Dozens of dead people in New Jersey technically won the lottery.
State auditors recently found that 680 lottery winners provided invalid identification when reporting their prizes to state officials. Of that bunch, 46 winners used the Social Security numbers of dead people.
Under state law, gamblers who win prizes of $600 or more are required to report their winnings to the state’s Department of Treasury.
But the audit discovered that lottery officials were cross-checking only claims exceeding $250,000.
When auditors combed through the records, they found almost $1 million in prize winnings over the course of a year could have been paid toward debts or other outstanding obligations.
New Jersey Auditor Steve Eells said the ID discrepancies do not necessarily point to criminal activity.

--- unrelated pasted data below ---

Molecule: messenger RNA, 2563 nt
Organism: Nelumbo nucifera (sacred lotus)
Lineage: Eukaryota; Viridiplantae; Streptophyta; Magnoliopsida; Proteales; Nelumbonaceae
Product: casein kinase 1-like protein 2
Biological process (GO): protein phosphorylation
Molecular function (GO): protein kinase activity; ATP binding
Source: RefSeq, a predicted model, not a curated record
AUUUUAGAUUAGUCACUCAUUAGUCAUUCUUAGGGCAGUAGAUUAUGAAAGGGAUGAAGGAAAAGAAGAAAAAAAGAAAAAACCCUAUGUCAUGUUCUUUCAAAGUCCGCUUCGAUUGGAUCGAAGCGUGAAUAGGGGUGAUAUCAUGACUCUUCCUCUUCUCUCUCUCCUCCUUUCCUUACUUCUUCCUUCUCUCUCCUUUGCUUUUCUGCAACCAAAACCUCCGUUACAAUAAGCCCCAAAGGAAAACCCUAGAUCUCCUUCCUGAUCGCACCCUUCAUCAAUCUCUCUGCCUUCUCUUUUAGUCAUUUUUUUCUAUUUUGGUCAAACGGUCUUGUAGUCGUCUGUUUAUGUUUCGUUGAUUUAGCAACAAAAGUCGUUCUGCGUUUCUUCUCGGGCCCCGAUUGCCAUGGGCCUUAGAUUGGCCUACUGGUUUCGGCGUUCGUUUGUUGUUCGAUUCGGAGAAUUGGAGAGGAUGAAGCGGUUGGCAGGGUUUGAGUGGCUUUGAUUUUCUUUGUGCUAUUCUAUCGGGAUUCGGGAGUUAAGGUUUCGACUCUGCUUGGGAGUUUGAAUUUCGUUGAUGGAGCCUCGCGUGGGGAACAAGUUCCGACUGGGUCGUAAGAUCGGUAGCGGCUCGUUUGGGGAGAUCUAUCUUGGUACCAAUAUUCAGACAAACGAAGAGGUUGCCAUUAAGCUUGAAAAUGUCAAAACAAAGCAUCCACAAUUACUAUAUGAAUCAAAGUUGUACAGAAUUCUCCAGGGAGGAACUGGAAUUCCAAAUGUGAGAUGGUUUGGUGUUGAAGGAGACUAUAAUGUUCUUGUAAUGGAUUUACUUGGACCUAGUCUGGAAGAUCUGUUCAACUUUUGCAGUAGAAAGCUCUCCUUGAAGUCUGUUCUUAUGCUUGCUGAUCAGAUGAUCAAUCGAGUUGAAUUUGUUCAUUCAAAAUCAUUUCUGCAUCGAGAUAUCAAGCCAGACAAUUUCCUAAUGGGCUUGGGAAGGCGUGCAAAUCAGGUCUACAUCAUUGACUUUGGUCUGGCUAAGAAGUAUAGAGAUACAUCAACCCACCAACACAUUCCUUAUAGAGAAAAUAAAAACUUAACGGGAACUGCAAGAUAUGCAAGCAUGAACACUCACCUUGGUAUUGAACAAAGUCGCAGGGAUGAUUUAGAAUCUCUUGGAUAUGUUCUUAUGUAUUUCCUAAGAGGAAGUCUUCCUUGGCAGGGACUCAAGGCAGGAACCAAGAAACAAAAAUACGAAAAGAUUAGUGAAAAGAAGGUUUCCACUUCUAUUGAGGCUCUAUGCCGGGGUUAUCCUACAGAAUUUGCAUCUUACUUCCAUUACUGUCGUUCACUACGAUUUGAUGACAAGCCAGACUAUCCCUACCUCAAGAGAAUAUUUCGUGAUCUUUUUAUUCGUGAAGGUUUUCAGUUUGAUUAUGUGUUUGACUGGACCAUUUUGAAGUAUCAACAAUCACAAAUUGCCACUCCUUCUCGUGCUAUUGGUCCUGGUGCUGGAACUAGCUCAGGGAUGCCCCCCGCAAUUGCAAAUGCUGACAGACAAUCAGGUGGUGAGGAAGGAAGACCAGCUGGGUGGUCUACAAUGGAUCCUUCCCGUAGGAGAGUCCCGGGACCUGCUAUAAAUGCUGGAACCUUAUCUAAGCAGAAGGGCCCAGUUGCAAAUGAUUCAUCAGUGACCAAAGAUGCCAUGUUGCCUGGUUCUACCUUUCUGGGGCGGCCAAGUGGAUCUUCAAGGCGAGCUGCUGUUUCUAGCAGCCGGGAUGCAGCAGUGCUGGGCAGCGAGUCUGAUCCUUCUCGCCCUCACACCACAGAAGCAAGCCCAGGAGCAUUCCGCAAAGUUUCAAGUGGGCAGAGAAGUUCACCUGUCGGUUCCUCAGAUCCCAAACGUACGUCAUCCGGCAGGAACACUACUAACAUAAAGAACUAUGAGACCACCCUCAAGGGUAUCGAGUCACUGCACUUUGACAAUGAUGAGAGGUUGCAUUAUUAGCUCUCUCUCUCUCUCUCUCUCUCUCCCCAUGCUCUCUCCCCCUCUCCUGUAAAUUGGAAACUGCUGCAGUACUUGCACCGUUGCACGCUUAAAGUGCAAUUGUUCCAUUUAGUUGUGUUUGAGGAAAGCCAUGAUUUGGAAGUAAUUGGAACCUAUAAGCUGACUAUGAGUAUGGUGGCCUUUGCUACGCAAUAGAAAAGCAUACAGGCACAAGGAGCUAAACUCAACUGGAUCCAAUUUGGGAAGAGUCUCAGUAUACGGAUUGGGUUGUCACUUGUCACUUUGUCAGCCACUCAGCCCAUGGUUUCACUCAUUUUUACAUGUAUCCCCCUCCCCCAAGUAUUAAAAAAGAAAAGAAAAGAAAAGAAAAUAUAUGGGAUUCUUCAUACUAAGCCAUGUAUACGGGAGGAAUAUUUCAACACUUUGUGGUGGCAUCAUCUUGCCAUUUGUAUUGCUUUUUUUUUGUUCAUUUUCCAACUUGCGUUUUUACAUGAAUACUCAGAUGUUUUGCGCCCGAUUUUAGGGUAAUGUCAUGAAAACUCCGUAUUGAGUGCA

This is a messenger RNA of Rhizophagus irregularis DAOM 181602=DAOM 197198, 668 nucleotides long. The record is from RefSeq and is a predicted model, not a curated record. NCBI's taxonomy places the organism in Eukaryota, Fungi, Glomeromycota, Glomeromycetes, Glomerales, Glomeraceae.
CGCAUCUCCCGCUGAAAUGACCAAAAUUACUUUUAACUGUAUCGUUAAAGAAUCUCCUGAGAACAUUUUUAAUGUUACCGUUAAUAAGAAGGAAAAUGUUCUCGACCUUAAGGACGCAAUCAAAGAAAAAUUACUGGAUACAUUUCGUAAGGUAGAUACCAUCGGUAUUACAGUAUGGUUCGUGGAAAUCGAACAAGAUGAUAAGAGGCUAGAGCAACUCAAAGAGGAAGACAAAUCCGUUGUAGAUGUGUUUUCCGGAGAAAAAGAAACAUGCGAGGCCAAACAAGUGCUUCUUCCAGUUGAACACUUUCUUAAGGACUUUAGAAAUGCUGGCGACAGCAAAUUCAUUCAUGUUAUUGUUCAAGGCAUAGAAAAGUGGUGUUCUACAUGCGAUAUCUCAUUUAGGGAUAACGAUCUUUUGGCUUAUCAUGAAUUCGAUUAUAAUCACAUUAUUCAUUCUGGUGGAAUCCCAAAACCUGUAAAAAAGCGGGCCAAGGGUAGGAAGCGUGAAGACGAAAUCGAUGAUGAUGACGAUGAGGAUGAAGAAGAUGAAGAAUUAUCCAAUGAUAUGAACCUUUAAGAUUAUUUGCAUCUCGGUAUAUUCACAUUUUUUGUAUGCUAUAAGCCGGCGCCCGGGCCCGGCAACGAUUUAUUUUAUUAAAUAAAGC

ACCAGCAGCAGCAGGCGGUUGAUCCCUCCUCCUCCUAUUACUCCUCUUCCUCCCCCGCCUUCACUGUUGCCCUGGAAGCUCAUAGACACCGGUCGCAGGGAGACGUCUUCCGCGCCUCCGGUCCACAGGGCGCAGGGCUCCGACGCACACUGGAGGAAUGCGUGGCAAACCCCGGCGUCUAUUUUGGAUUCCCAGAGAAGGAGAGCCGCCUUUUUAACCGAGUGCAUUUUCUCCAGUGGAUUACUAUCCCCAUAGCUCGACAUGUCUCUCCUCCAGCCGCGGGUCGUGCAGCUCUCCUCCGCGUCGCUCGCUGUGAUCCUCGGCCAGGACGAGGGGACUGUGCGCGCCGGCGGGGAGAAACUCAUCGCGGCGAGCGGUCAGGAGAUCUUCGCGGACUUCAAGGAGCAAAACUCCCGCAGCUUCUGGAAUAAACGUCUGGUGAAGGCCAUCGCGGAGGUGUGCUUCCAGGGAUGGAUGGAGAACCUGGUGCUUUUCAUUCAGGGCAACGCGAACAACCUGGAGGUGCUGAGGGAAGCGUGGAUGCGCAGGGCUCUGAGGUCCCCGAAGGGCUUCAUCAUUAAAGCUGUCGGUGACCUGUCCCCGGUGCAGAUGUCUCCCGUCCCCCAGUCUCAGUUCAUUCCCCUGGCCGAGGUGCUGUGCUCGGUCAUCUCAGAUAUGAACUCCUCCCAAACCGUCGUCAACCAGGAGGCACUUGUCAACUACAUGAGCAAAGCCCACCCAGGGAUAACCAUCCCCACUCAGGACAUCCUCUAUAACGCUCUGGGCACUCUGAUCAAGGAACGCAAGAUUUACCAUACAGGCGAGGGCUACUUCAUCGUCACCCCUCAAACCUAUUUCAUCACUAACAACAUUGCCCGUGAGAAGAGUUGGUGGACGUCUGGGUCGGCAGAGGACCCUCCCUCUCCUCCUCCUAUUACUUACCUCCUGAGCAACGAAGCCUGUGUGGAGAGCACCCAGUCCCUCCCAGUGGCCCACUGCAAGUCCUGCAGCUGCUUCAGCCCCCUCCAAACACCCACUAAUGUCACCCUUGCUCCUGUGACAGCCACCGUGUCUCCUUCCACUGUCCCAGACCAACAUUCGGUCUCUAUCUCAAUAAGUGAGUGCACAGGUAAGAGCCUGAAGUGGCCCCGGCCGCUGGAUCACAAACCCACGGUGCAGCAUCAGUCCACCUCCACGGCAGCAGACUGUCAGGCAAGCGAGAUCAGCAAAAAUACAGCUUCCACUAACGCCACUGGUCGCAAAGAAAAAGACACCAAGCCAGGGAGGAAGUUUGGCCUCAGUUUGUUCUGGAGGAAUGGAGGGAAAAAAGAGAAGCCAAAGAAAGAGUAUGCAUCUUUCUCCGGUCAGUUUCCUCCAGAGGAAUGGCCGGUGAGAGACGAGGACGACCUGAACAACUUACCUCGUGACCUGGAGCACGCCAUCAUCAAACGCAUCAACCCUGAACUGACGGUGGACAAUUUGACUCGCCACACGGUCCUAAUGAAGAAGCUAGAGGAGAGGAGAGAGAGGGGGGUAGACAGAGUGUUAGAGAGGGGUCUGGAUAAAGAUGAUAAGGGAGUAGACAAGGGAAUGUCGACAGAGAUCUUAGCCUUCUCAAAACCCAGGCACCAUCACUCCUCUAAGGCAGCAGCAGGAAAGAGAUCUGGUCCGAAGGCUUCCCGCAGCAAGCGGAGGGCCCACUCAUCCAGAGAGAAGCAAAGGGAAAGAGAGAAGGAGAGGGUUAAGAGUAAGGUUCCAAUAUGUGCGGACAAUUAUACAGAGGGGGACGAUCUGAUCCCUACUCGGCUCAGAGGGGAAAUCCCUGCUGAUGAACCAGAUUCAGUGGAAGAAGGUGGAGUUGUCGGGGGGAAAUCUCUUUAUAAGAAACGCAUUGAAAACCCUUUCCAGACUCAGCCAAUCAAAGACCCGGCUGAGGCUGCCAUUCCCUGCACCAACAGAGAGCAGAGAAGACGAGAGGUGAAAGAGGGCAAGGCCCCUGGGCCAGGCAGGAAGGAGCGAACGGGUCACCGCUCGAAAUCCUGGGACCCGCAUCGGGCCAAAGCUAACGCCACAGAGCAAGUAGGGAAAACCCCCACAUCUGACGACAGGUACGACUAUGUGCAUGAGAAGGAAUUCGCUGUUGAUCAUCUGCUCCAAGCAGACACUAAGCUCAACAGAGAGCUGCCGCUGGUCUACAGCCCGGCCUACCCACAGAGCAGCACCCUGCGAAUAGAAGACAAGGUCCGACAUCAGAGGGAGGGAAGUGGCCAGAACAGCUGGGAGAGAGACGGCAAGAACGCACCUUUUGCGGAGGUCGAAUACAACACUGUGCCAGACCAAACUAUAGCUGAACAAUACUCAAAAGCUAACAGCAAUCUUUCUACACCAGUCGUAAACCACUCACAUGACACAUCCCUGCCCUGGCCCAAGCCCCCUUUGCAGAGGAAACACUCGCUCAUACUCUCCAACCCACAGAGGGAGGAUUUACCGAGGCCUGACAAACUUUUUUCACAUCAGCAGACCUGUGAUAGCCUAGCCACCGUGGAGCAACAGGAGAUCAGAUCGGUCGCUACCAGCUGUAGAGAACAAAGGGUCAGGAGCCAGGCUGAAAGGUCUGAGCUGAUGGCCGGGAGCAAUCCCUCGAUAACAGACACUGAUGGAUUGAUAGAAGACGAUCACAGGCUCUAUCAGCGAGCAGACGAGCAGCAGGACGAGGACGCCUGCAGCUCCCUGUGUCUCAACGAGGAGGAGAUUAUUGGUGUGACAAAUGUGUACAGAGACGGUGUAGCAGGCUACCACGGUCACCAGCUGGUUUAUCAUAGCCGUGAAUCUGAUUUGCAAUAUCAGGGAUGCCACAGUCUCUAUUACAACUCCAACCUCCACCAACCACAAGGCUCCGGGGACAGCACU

“It could be as simple as someone putting a ‘1’ for the last digit of their Social Security number, and it should’ve been a ‘2,’ maybe they wrote it wrong,” he said. “Did they do it intentionally? Or was it just an error?”
The answers to those questions are now being investigated. If identity fraud turns up, Eells said, state prosecutors will likely file charges.
Eells said the reporting problems could have significant consequences for those who are owed money.
“If you are talking about an individual who is delinquent on child support, I’m assuming, based on a court order, that there’s a family waiting for that support,” he said.
The state could also have overpaid individuals for public assistance by not knowing about lottery winnings.
In response, the lottery has said New Jersey received 48,000 lottery claims over the budget year the auditors looked into, and that the audit’s questionable claims represent just a tiny sliver of that.